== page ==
Greystar probed tenants’ “character,” “reputation,” “rental history,” lawsuit claims

The multifamily landlord and property management software firm RealPage allegedly compiled extensive dossiers on several prospective LA renters

Los Angeles /
May.May 27, 2020 08:30 AM
Greystar CEO Bob Faith in front of Greystar-owned DTLA building

Greystar CEO Bob Faith in front of Greystar-owned DTLA building

Greystar, one of the largest multifamily property owners in the country, is accused of gathering extensive financial and personal information on several prospective tenants without their knowledge or consent.

Eight tenants at Greystar-owned apartment buildings in Los Angeles have filed suit, saying the giant landlord broke California’s Investigative Consumer Reporting Agencies Act by concealing “the nature and type of investigative consumer reports they would procure from the plaintiffs.”

Greystar was sued last August for violating state consumer protection law, according to the lawsuit filed Friday in L.A. County Superior Court. But despite “being on notice that its conduct was unlawful, defendant Greystar California committed the above violations anyway,” according to the suit.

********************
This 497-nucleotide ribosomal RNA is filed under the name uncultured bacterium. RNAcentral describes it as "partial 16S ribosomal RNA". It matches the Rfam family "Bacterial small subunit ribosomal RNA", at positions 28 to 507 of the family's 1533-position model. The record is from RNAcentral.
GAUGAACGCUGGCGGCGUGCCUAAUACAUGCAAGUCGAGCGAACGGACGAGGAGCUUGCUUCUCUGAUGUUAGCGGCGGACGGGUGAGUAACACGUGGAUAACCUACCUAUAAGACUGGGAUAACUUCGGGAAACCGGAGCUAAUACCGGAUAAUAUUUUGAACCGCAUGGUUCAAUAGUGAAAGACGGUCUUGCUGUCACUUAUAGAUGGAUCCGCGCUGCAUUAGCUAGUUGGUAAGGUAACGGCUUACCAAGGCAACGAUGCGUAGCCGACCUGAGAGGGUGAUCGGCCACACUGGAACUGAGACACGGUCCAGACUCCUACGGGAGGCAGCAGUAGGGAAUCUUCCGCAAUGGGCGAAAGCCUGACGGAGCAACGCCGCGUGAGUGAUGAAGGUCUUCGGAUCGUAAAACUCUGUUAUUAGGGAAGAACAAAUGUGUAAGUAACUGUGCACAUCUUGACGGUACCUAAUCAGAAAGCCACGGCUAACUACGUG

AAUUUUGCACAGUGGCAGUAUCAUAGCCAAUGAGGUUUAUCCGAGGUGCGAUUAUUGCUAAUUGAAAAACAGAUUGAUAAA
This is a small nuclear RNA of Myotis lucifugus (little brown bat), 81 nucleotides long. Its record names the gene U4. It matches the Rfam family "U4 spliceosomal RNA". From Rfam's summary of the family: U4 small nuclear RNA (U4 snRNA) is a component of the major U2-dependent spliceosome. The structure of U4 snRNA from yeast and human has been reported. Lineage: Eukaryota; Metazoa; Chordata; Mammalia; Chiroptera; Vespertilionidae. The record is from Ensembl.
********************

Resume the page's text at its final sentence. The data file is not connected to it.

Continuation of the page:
The complaint also names as a defendant RealPage, a Texas-based company that provides property management software for the rental housing industry. The firm is accused of furnishing Greystar with the investigative reports on the tenants.

The lawsuit focuses on five apartment buildings at which the alleged dossiers were collected. At each of the properties, Greystar procured “certain information on each plaintiff’s character, general reputation, personal characteristics, and/or mode of living, criminal, employment, and rental history.”

Greystar allegedly violated state law by not providing the prospective tenants with a copy of the report, did not tell the tenants when the report would be finished and did not disclose to the tenants that RealPage was involved — each a violation of state law. The suit also notes that Greystar used the tenants’ application fees to finance the probes.

The eight named plaintiffs are seeking $240,000 each in damages, $160,000 from Greystar and $80,000 paid by RealPage. The plaintiffs are also seeking damages for Greystar’s alleged “gross negligence” in violating the law after being accused before of breaking the consumer protection statute.

Messages left with plaintiffs’ lawyer Joseph Ollinger were not returned.

Greystar declined comment, saying it does not discuss pending litigation. The company owns 400,000 housing units worldwide; the National Multifamily Housing Council has called it the largest multifamily property owner in the U.S. Greystar also has $14 billion under development and $36 billion in assets under management, which includes a multibillion-dollar property portfolio in L.A. County.

Messages left RealPage were not returned. It was in the news earlier this year after hackers reportedly stole $10.5 million from it and transferred the funds to a Nigerian bank account.


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